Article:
IDEAS home Printed from https://ideas.repec.org/p/uwa/wpaper/05-20.html
   My bibliography  Save this paper

Does Rapid Economic Growth Accelerate Democratization? Time-Series Evidence from High Performing Asian Economies

Author

Listed:
  • Linda Chor Wing Yung

    (Department of Economics, the Chinese University of Hong Kong)

  • Sam Hak-Kan Tang

    () (Department of Economics, The University of Western Australia)

Abstract

We examine the direction of causality between growth and democratization for the high performing Asian economies using a new time-series technique called autoregressive distributive lag. We find that for all eight of such economies, the direction of causality runs consistently from democratization to growth and not the other way around. Rapid growth in the high performing economies appears to have little effect on democratization. We also find that the net effect of democratization on growth is not always positive. Against the widely-held view that growth enhances democratization, our evidence suggests that rapidly developing countries under authoritarian rule are unlikely to improve their democratic institutions.

Suggested Citation

  • Linda Chor Wing Yung & Sam Hak-Kan Tang, 2005. "Does Rapid Economic Growth Accelerate Democratization? Time-Series Evidence from High Performing Asian Economies," Economics Discussion / Working Papers 05-20, The University of Western Australia, Department of Economics.
  • Handle: RePEc:uwa:wpaper:05-20
    as

    Download full text from publisher

    File URL: http://www.biz.uwa.edu.au/home/research/discussionworking_papers/economics/2005?f=148840
    File Function: First version, 2005
    Download Restriction: no

    References listed on IDEAS

    as
    1. Helliwell, John F., 1994. "Empirical Linkages Between Democracy and Economic Growth," British Journal of Political Science, Cambridge University Press, vol. 24(02), pages 225-248, April.
    2. Barro, Robert J, 1996. "Democracy and Growth," Journal of Economic Growth, Springer, vol. 1(1), pages 1-27, March.
    3. Dani Rodrik, 2000. "Institutions for High-Quality Growth: What They are and How to Acquire Them," NBER Working Papers 7540, National Bureau of Economic Research, Inc.
    4. Atkins, Frank J. & Coe, Patrick J., 2002. "An ARDL bounds test of the long-run Fisher effect in the United States and Canada," Journal of Macroeconomics, Elsevier, vol. 24(2), pages 255-266, June.
    5. Tavares, Jose & Wacziarg, Romain, 2001. "How democracy affects growth," European Economic Review, Elsevier, vol. 45(8), pages 1341-1378, August.
    6. M. Hashem Pesaran & Yongcheol Shin & Richard J. Smith, 2001. "Bounds testing approaches to the analysis of level relationships," Journal of Applied Econometrics, John Wiley & Sons, Ltd., vol. 16(3), pages 289-326.
    7. Edward L. Glaeser & Rafael La Porta & Florencio Lopez-de-Silanes & Andrei Shleifer, 2004. "Do Institutions Cause Growth?," Journal of Economic Growth, Springer, vol. 9(3), pages 271-303, September.
    8. repec:cup:apsrev:v:53:y:1959:i:01:p:69-105_00 is not listed on IDEAS
    9. Roberto Rigobon & Dani Rodrik, 2004. "Rule of Law, Democracy, Openness, and Income: Estimating the Interrelationships," NBER Working Papers 10750, National Bureau of Economic Research, Inc.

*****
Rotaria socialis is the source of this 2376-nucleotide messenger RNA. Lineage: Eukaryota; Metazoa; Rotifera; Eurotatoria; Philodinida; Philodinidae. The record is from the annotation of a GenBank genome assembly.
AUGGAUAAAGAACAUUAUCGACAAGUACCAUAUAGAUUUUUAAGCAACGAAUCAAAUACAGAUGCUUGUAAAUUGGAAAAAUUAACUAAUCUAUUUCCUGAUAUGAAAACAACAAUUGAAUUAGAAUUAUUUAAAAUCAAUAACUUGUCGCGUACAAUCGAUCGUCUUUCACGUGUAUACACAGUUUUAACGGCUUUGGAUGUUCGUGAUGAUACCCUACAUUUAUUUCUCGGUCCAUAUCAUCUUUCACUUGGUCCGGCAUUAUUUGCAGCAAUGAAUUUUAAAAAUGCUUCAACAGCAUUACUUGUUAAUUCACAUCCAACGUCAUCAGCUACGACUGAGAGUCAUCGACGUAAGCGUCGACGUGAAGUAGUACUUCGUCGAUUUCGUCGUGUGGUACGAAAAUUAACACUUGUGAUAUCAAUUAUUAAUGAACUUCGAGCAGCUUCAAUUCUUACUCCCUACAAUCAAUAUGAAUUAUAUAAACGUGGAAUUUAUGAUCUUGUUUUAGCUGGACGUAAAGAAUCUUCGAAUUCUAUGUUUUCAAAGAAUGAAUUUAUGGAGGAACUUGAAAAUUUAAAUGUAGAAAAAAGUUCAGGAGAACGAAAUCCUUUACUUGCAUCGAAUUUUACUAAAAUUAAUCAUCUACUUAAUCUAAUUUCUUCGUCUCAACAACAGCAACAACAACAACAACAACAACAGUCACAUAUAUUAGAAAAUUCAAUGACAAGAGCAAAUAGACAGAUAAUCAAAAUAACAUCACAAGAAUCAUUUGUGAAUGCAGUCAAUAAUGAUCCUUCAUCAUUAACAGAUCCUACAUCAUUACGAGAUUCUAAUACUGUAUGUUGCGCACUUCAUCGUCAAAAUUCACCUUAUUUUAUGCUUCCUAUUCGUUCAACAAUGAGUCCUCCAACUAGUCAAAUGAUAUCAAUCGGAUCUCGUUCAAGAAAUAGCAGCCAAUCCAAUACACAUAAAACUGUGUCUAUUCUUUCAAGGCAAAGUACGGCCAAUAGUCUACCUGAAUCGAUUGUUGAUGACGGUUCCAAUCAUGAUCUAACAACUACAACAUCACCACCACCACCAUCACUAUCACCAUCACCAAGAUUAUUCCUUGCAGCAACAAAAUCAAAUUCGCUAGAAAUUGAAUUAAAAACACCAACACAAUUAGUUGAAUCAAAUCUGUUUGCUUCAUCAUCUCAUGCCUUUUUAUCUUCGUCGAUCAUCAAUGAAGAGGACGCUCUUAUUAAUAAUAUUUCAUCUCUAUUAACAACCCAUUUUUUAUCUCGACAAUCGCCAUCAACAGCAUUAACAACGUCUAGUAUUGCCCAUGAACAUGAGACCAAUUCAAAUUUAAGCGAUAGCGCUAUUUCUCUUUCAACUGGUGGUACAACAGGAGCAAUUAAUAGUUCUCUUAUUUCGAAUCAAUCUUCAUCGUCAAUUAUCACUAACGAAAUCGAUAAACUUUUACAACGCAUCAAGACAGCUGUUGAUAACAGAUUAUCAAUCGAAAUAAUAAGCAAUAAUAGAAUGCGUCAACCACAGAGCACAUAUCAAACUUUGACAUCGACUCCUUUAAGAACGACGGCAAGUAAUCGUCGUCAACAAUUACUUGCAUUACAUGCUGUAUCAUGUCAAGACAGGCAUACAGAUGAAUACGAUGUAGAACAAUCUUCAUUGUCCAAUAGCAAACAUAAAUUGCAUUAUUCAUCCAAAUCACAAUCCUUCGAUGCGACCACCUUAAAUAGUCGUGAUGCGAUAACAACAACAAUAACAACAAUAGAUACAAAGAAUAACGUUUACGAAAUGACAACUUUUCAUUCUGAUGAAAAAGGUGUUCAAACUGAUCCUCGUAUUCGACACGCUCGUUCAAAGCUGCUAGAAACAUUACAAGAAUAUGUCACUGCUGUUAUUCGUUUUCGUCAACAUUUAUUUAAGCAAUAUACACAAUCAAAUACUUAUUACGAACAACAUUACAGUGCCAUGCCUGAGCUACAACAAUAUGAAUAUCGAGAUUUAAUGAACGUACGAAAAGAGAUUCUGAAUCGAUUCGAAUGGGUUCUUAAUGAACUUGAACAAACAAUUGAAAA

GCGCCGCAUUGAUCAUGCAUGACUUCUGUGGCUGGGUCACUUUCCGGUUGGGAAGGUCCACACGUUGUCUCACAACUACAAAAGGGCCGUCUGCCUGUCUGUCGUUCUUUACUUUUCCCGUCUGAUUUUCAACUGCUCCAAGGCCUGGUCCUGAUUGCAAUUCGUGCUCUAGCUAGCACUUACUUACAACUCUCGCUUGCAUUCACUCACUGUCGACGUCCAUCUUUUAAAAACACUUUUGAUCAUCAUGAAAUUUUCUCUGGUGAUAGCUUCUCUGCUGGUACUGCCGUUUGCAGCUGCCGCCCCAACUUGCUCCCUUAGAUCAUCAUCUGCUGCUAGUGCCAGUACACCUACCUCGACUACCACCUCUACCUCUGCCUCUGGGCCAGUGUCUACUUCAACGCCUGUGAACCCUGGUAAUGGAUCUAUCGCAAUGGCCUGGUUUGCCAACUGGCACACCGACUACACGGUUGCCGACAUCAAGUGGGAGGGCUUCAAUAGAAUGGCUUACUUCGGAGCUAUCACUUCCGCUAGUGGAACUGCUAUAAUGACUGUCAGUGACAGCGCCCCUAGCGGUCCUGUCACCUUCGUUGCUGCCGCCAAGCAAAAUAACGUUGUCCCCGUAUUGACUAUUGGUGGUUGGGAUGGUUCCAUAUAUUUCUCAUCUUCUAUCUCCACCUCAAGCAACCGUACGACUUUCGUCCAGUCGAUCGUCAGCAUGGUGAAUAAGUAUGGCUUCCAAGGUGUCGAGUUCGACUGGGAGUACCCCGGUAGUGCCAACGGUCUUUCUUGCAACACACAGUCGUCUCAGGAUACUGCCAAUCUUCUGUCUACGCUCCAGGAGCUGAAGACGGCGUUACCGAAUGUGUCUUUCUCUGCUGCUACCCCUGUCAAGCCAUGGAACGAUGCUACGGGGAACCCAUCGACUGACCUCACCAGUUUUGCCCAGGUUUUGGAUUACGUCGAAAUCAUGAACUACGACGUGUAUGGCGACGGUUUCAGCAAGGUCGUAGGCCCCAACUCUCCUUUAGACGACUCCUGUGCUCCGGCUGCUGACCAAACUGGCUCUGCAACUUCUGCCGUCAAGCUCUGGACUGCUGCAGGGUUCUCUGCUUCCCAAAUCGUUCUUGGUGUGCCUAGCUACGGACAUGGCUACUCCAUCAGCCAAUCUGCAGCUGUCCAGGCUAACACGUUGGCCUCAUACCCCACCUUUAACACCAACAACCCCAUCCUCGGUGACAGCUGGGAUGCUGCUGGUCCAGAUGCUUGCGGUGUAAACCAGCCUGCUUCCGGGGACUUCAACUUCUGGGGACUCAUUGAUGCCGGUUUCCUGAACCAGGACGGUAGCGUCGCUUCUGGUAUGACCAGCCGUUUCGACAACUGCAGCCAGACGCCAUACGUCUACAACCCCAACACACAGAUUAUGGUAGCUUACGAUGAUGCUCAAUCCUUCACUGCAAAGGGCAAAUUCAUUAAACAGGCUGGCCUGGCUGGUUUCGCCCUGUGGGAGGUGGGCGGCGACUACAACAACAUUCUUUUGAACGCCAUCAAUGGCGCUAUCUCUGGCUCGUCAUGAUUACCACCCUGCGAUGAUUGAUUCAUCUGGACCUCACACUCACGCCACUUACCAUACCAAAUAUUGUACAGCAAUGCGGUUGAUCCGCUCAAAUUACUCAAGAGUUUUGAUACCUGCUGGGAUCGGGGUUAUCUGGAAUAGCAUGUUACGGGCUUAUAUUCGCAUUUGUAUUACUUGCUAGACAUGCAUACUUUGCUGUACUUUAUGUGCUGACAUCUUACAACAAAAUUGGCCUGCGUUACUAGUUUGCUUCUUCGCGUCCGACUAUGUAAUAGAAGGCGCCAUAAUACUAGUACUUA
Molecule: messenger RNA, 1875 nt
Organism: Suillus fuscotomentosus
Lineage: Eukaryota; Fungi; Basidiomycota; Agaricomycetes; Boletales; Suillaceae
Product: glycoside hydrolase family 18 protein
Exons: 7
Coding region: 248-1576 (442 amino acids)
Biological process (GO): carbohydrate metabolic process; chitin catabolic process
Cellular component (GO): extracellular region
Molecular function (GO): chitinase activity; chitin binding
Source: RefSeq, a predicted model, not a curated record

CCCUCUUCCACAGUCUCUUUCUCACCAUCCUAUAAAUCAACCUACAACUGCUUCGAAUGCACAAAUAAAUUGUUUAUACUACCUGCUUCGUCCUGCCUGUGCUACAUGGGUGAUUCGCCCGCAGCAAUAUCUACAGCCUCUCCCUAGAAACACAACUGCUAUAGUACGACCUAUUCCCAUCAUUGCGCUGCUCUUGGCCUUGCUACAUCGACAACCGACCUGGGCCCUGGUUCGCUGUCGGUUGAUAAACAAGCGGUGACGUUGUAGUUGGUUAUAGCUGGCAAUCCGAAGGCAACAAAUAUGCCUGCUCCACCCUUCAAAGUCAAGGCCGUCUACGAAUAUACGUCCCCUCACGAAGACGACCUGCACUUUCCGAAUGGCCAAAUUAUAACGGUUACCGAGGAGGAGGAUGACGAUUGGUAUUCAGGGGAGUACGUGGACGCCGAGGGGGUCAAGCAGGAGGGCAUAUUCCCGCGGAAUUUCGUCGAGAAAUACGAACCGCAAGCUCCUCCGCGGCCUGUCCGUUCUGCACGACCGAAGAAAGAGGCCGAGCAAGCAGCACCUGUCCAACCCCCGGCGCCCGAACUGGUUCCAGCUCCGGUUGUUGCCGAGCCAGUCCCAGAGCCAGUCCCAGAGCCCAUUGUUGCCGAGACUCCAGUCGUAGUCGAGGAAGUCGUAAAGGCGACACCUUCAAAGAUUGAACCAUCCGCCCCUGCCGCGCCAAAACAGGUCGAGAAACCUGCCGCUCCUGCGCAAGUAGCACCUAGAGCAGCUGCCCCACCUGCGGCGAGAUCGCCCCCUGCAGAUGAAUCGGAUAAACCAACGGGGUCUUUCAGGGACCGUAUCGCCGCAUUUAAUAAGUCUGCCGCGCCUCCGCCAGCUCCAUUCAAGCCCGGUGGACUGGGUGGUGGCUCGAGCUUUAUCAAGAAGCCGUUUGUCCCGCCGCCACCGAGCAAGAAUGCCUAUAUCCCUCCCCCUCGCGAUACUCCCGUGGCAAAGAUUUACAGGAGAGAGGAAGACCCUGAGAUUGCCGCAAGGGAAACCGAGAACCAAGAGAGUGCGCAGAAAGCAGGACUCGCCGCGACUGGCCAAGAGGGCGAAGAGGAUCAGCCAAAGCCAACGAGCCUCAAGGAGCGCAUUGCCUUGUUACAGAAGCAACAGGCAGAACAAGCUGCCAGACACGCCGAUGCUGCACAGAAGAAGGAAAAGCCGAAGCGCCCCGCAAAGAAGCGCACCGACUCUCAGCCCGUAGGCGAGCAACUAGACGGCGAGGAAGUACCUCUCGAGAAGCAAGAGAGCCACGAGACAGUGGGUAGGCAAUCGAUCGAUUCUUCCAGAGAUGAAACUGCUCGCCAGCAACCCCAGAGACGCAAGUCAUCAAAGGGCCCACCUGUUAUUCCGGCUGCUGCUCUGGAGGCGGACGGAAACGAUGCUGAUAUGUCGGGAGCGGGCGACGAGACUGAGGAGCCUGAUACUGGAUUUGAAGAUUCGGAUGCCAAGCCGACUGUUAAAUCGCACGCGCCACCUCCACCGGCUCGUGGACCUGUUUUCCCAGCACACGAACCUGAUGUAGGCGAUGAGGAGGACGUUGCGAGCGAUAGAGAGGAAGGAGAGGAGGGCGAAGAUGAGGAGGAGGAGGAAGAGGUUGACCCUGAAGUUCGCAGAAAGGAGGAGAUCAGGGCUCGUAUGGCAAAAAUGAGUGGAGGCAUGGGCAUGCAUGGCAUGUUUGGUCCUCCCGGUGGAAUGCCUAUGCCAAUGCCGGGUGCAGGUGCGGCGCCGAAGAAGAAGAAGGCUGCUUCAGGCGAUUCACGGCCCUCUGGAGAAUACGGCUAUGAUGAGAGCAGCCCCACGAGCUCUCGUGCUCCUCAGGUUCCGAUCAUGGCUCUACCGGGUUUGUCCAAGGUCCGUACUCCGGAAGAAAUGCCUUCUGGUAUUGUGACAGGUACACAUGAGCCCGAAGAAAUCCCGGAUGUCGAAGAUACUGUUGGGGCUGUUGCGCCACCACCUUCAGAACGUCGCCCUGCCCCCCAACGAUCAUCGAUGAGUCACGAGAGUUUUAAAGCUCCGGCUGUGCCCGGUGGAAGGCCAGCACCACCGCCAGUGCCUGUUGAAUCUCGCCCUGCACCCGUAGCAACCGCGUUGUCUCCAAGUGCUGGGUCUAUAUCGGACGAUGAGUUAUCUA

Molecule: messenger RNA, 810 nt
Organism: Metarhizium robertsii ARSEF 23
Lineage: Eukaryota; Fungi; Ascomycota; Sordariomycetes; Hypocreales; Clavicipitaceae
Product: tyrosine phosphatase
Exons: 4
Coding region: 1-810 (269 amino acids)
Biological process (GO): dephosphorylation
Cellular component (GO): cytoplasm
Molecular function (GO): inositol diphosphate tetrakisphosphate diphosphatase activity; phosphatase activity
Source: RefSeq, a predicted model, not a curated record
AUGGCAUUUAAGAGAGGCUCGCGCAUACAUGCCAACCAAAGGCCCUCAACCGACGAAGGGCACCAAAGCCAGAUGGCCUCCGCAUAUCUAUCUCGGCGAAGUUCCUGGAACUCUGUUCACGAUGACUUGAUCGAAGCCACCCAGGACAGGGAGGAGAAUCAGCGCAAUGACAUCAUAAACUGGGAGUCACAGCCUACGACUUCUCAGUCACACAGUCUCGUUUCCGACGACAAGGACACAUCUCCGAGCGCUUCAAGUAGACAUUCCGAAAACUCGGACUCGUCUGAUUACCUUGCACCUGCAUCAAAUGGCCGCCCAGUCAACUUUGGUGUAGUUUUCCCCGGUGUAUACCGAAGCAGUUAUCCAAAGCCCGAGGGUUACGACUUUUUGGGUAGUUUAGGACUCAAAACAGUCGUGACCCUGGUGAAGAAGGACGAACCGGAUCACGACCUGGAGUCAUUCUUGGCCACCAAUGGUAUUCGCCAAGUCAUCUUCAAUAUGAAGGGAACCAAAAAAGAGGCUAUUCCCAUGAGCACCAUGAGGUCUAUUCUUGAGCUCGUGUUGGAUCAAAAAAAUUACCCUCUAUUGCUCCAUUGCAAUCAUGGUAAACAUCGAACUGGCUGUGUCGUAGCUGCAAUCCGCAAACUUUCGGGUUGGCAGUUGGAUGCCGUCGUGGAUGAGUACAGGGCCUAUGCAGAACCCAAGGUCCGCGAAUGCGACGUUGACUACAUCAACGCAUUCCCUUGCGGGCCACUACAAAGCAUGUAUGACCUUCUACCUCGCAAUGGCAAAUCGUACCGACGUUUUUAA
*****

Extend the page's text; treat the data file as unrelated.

10. Lee, Woojin, 2003. "Is democracy more expropriative than dictatorship? Tocquevillian wisdom revisited," Journal of Development Economics, Elsevier, vol. 71(1), pages 155-198, June.
    11. Jenny A. Minier, 2001. "Is Democracy a Normal Good? Evidence from Democratic Movements," Southern Economic Journal, Southern Economic Association, vol. 67(4), pages 996-1009, April.
    Full references (including those not matched with items on IDEAS)

    More about this item

    Keywords

    Growth; Democratization; High performing Asian economies;

    JEL classification:

    • O10 - Economic Development, Innovation, Technological Change, and Growth - - Economic Development - - - General
    • P16 - Economic Systems - - Capitalist Systems - - - Political Economy of Capitalism
    • O57 - Economic Development, Innovation, Technological Change, and Growth - - Economywide Country Studies - - - Comparative Studies of Countries

    Statistics

    Access and download statistics

    Corrections

    All material on this site has been provided by the respective publishers and authors. You can help correct errors and omissions. When requesting a correction, please mention this item's handle: RePEc:uwa:wpaper:05-20. See general information about how to correct material in RePEc.

    For technical questions regarding this item, or to correct its authors, title, abstract, bibliographic or download information, contact: (Verity Chia) or (Marina Grazioli). General contact details of provider: http://edirc.repec.org/data/deuwaau.html .

    If you have authored this item and are not yet registered with RePEc, we encourage you to do it here. This allows to link your profile to this item. It also allows you to accept potential citations to this item that we are uncertain about.

    If CitEc recognized a reference but did not link an item in RePEc to it, you can help with this form .

    If you know of missing items citing this one, you can help us creating those links by adding the relevant references in the same way as above, for each refering item. If you are a registered author of this item, you may also want to check the "citations" tab in your RePEc Author Service profile, as there may be some citations waiting for confirmation.

    Please note that corrections may take a couple of weeks to filter through the various RePEc services.

    IDEAS is a RePEc service hosted by the Research Division of the Federal Reserve Bank of St. Louis . RePEc uses bibliographic data supplied by the respective publishers.